Constitutional abuses and threats against freedom for Americans have increased dramatically during Barack Obama’s Presidency and since Republicans regained control of the House of Representatives, an investigation by Capitol Hill Blue reveals.
Warrantless wiretaps are on the rise and the Obama justice department not only continued the aggressive, freedom-robbing policies of the George W. Bush administration but is hiding increased abuses under a barrage of “executive orders” and uses of “executive privilege” to classify documents.
Obama and Attorney Gen. Eric Holder claim any disclosure of abuses of power and spying on Americans by the government “causes exception harm to national security.”
Ironically, Obama used the same procedures this week to bury the truth about the controversial and failed “Fast and Furious” Justice Department gun-running scheme to allow illegally-obtained firearms to move unrestricted between the U.S. and Mexico. At least two of those firearms appeared at the scene of the murder of a U.S. customs agent.
Illegal detention of Americans, government prying into private lives and surveillance of of ordinary citizens is rising to “epidemic levels,” according to privacy experts and the abuses too often receive rubber stamp approval by the GOP-controlled Congress.
Republicans controlling the House Judiciary Committee this week voted down amendments to force increased accountability on government abuses and reauthorized the Foreign Intelligence Surveillance Act (FISA) through Dec. 31, 2017 without any changes or safeguards to protect the freedom of Americans.
Marc Rothenberg, executive director of the Electronic Privacy Information Center (EPIC) said the actions of the committee to “collection of private communications of United States citizens” and limits accountability by the government.
“There is simply too little known about the operative of the FISA today to determine whether it is effective and whether the privacy interests of Americans are adequately protected,” Rothenberg said in testimony to the House Judiciary Committee.
The American Civil Liberties Union (ACLU) warns the “since 9/11, the privacy rights of Americans have come under a sustained assault that would have been hard to imagine in the languid days of August 2011.”
Notes the ACLU:
A constant stream of revolutionary new technologies erode existing protections, and greatly expanded powers for our security agencies allow the government to peer into our lives without due process or meaningful oversight. Our rights and liberties have undergone constant erosion since 9/11.
Ten years later, the websites we browse are tracked, our cell phones log our movements, our tweets are monitored by the FBI, our Internet communications being read and stored, and the NSA secretly wiretaps our calls. Things we once thought could only happen in far-away enemy states or distant dystopias are suddenly happening here in America. Sadly, it is no longer so hard to imagine a world straight out of the mind of Philip K. Dick, with personally-tailored advertisements that follow us online, or maybe even pre-crime predictors that turn us all into suspects when we haven’t done anything wrong.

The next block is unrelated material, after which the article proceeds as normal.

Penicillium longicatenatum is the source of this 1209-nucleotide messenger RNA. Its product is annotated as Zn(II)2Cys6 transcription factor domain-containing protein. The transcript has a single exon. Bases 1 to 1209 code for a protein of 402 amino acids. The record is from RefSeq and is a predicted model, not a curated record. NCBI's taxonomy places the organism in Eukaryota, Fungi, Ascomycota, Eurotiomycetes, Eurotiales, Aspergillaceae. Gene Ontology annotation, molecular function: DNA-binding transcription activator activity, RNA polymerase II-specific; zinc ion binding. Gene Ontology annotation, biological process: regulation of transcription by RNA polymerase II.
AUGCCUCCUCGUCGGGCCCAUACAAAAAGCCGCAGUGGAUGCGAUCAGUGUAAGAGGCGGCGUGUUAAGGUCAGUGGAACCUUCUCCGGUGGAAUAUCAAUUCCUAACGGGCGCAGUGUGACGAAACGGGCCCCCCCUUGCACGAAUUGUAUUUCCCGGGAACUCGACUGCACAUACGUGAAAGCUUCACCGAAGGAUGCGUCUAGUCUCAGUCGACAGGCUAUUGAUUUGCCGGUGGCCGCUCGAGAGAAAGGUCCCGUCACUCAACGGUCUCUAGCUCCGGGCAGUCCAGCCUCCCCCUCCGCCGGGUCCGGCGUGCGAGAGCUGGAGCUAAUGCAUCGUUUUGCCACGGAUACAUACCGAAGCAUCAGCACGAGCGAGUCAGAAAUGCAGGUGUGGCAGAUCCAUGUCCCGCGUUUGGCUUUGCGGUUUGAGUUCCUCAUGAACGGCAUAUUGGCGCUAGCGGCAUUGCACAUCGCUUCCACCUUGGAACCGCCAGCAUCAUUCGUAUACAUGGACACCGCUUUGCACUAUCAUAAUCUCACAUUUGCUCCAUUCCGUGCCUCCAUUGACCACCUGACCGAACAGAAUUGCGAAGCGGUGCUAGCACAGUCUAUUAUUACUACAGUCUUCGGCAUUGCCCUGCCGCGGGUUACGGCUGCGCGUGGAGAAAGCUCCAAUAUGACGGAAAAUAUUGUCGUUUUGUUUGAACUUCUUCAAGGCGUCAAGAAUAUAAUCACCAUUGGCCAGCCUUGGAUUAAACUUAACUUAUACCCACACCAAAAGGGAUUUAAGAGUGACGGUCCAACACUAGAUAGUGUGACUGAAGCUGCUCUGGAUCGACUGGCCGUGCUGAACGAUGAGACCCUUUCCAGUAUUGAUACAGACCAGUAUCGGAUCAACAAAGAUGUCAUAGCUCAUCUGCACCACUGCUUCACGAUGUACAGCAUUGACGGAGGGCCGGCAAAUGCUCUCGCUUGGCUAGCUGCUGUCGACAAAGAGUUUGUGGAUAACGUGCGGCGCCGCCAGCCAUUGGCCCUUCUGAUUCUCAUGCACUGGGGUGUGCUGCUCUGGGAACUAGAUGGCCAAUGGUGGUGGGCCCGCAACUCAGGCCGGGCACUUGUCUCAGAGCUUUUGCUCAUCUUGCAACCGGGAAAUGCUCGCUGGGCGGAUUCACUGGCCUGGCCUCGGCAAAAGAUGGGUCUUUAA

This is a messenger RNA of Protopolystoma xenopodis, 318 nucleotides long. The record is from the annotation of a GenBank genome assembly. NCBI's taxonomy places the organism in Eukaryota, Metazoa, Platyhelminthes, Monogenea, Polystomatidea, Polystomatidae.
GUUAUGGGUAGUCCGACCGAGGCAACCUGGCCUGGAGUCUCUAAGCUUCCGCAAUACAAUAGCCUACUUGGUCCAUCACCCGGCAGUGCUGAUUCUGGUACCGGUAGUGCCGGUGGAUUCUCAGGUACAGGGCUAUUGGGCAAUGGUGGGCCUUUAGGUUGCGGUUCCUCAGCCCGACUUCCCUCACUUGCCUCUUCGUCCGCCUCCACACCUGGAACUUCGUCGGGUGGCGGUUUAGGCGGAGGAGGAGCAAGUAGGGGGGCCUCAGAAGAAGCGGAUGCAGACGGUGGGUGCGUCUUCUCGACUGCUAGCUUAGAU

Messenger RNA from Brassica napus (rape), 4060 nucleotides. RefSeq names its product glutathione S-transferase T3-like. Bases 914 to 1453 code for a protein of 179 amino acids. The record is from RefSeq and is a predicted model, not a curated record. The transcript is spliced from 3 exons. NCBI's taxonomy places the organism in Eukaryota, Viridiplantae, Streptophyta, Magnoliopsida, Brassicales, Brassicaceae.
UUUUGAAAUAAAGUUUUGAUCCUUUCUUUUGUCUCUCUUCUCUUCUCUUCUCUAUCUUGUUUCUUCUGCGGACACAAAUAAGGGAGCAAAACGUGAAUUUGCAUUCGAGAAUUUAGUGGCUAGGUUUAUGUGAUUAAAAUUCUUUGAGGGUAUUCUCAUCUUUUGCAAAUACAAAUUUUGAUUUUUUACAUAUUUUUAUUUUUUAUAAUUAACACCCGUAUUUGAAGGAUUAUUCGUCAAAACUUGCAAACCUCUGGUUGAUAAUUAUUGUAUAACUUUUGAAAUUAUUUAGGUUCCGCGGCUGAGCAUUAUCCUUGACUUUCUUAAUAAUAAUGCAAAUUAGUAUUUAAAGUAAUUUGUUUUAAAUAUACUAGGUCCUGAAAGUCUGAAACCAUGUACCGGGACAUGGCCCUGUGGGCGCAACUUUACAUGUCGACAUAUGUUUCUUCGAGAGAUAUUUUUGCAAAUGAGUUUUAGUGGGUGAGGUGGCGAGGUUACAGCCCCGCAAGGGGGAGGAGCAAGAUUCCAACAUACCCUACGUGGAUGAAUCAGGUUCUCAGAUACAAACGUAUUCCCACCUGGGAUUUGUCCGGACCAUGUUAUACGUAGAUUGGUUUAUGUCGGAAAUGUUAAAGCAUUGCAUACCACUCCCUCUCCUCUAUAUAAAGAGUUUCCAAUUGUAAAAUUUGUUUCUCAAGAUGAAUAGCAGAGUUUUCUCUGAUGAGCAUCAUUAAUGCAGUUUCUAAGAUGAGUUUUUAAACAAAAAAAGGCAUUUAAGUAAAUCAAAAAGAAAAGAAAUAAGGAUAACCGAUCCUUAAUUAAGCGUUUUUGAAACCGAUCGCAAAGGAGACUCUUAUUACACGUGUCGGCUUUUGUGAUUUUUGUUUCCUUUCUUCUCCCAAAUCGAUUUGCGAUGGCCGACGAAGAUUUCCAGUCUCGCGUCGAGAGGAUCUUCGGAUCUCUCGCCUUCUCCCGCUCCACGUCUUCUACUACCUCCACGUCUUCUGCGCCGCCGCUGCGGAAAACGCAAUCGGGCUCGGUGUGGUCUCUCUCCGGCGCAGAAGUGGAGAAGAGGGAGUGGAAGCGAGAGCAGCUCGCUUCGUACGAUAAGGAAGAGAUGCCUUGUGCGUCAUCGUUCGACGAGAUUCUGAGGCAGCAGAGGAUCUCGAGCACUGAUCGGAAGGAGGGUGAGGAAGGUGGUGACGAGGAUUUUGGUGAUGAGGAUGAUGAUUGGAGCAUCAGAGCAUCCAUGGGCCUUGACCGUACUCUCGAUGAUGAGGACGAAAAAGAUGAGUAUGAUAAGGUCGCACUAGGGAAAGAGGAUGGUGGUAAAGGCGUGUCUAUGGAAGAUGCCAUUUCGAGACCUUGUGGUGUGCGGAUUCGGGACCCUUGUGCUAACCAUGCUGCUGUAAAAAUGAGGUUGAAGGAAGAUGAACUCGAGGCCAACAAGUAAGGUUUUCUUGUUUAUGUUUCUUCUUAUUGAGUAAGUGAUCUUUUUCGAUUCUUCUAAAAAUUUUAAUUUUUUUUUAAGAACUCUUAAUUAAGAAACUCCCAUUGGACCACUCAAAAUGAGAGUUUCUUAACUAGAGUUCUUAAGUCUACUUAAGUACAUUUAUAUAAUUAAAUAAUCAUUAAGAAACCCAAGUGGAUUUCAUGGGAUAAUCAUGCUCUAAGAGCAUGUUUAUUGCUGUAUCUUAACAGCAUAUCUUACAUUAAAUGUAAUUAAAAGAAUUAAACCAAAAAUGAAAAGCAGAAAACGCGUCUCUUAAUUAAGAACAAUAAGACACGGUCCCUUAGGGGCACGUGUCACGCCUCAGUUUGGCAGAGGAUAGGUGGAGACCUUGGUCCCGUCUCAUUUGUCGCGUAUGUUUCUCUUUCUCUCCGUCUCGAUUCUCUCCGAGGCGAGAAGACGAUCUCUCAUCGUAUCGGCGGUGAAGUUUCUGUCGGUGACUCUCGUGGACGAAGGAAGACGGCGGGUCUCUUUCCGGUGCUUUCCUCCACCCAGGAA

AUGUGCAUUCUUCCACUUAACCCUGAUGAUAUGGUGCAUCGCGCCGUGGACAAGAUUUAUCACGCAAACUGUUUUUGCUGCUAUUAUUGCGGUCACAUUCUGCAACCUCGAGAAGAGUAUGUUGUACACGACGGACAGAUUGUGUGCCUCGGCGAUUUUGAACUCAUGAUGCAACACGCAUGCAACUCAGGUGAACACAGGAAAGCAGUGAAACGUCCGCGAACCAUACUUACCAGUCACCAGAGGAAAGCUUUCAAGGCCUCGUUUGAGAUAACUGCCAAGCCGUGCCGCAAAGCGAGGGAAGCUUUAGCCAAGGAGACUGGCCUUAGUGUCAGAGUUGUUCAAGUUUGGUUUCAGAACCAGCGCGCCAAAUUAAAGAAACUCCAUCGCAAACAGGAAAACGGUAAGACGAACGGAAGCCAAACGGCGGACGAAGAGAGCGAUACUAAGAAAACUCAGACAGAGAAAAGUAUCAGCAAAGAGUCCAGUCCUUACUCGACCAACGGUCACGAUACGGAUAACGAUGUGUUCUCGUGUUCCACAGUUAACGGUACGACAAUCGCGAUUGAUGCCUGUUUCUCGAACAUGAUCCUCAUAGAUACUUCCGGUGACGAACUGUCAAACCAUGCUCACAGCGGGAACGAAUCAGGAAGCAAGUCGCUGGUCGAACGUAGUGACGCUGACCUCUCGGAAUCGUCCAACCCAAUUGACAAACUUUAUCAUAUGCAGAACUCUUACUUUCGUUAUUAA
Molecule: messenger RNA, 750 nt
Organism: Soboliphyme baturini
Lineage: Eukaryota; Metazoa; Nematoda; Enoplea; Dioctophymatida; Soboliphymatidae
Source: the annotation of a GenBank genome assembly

Under the Obama administration, the use of “National Security Letters” by the FBI has increased. These letters force banks, employers and other sources of information to turn over private data on U.S. citizens without the knowledge of Americans and without oversight.
Authorized by the rights-robbing USA Patriot Act, the NSLs allows the FBI to compile extensive dossiers on ordinary American citizens.
“These are essentially secret subpoenas that are issued directly by the FBI without any court invovlement,” notes the Electronic Frontier Foundation (EFF).
The USA Patriot Act was rushed into law in the aftermath of 9/11 and most members of Congress later admitted they did not even read the act before voting for it.
Obama campaigned against the act in 2008 but become not only a proponent of the abuses of power allowed under the act but supported given the White House and government more authority once he became President.
Presumed Republican presidential nominee Mitt Romney has not come out against the act or its abuses. Of the remaining Presidential candidates, only Texas Congressman Ron Paul, who has consistently voted against the act and its abuses, supports repeal of the act and other rights-robbing actions of the federal government.